The texture of the Taos Bakes is reminiscent of a morning slice of coffee cake. Moist, yet not too dense, this bar’s taste is literally out of this world. There are an abundance of flavors to choose from but we recommend the Almond Agave & Cinamon flavor, Toasted Coconut & Vanilla Bean, and Caramel Pecan & Cranberry.
Each just as delicious as the last, all three harness the intense and wildly original flavors encompasses what you’ll discover on your next journey through New Mexico. Each bar is made from fresh, local, and organic ingredients and when pressed together, for a total of 264 calories, Taos Mountain Energy Bar is likely to keep you full and well satisfied.
5. Cliffbar – Caramel Toffee with Sea Salt
This modern twist on the classic cliffbar keeps up the moist and chewy texture you’re grown to know and love over years spent outside. Caramel Toffee with Sea Salt is quite the trendy flavor yet this smooth and salty after taste goes great with a fresh nalgene of cool spring or creek water, and your pack won’t mind loading this lightweight snack for a ride.
Obviously the brand name of outdoor energy bars both big and small, Cliffbar Caramel Toffee and Sea Salt offers a delicious twist to what you might imagine old and tired.
Pro Tip: No time to buy bars or looking to save a few bucks? One of the easiest ways to make sure you are getting enough calories is to simply bring along some butter or even peanut butter. It can be a bit tricky to pack, but it’s a cheap way to get a lot of extra calories without buying high calorie bars.
But what is a calorie anyway and why do I care?
Scientifically speaking, a calorie – lower case – is the amount of energy needed to raise the temperature of one gram of water by a factor of 1 degree Celsius. A Calorie – note the upper case – is the amount of energy needed to raise the temperature of one Kilogram of water.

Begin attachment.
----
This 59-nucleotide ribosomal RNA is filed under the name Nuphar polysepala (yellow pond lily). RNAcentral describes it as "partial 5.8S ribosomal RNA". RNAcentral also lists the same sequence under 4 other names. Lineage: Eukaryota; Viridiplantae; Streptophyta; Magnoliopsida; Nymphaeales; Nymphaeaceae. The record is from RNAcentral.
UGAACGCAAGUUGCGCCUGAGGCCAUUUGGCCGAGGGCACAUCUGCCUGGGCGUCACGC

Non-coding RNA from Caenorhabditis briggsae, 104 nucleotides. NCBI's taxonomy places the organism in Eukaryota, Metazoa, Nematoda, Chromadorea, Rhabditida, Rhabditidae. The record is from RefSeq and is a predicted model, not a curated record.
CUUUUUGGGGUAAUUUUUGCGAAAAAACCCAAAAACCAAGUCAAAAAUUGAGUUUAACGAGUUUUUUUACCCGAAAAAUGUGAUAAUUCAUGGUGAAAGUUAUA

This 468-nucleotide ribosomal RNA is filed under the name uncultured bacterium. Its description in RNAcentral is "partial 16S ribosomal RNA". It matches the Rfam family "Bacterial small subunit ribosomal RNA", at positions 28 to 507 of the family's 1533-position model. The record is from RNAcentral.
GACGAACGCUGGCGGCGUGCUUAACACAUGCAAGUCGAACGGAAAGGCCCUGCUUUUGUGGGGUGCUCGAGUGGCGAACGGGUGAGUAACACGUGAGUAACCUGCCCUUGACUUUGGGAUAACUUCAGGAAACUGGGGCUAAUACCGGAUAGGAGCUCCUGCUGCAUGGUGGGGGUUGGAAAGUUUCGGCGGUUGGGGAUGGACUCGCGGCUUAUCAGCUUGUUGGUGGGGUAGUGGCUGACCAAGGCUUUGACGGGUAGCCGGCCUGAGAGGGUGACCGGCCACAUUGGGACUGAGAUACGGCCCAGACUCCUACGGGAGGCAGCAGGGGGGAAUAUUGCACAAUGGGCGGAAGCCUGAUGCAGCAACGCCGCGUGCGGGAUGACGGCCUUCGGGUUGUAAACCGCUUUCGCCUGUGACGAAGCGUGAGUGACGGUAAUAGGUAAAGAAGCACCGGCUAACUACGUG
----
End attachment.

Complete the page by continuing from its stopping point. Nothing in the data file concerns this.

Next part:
After undergoing multiple scrutinies including incineration, a series of temperature readings, food is given a calorie count. Depending on the type of food, your body may process these calories differently. While you may be counting Calories at home, you’ll want to shoot for a good increase in your Calorie intake.
The bottom line is, in the backcountry following a full-day on the trail, everybody craves a meal to not only hit the spot but replenish lost calories. Plan on packing foods rich in fat – of all things – complete proteins, and complex carbohydrates. Foods high in fat have the highest energy density per calorie and are likely to keep you sleeping warm at night.
That being said, carbohydrates and foods high in fiber are great for feeling full and digging cat holes – if you catch my drift.
Nuts, dried fruit, and other lightweight snacks are great for refueling sore muscles after breaking in your new pair of boots. But there’s a reason NOLS (the National Outdoor Leadership School) is often called the “No Official Lunch School.”
Consider skipping your noon-time lunch break, which inevitably involves a garage sale of gear, and forget about cooking or dishes. To save time and keep up efficiency, make constant snacking a regular part of your every day out on the trail.
Expert tip: Consider packing Tupperware with a screw-top or re-useable plastic bag for easy access to left-overs without dumping your pack.
Which High Calorie Bar Will You Pack?
So you’re miles into your next backpacking adventure, overlooking a crystal clear mountain lake and contemplating taking a swim. Which bar will you be munching on as you make a move for your swim suit? Changing socks after a mild river crossing?
Pick your poison for re-fueling your body for the next few miles. Whether you’re stripping a layer, or adding one on top, there’s no reason not to bust out on of these high calorie snacks.
Old timer’s might recall your only options being a snickers or a cliff bar. But as Bob said so many years ago, “the time’s they are a’changin!” Today’s backcountry bars are sure to pack you full of Calories while satiating your taste for sophistication at the same time. All in all, you can expect to find a wide variety of choices when it comes to replenishing calories on the trail.
Don’t forget to try a few taste tests, there may still be bars that we have yet to discover. If you try one of our bars listed above be sure to comment below and tell us your thoughts! See you out on the trail!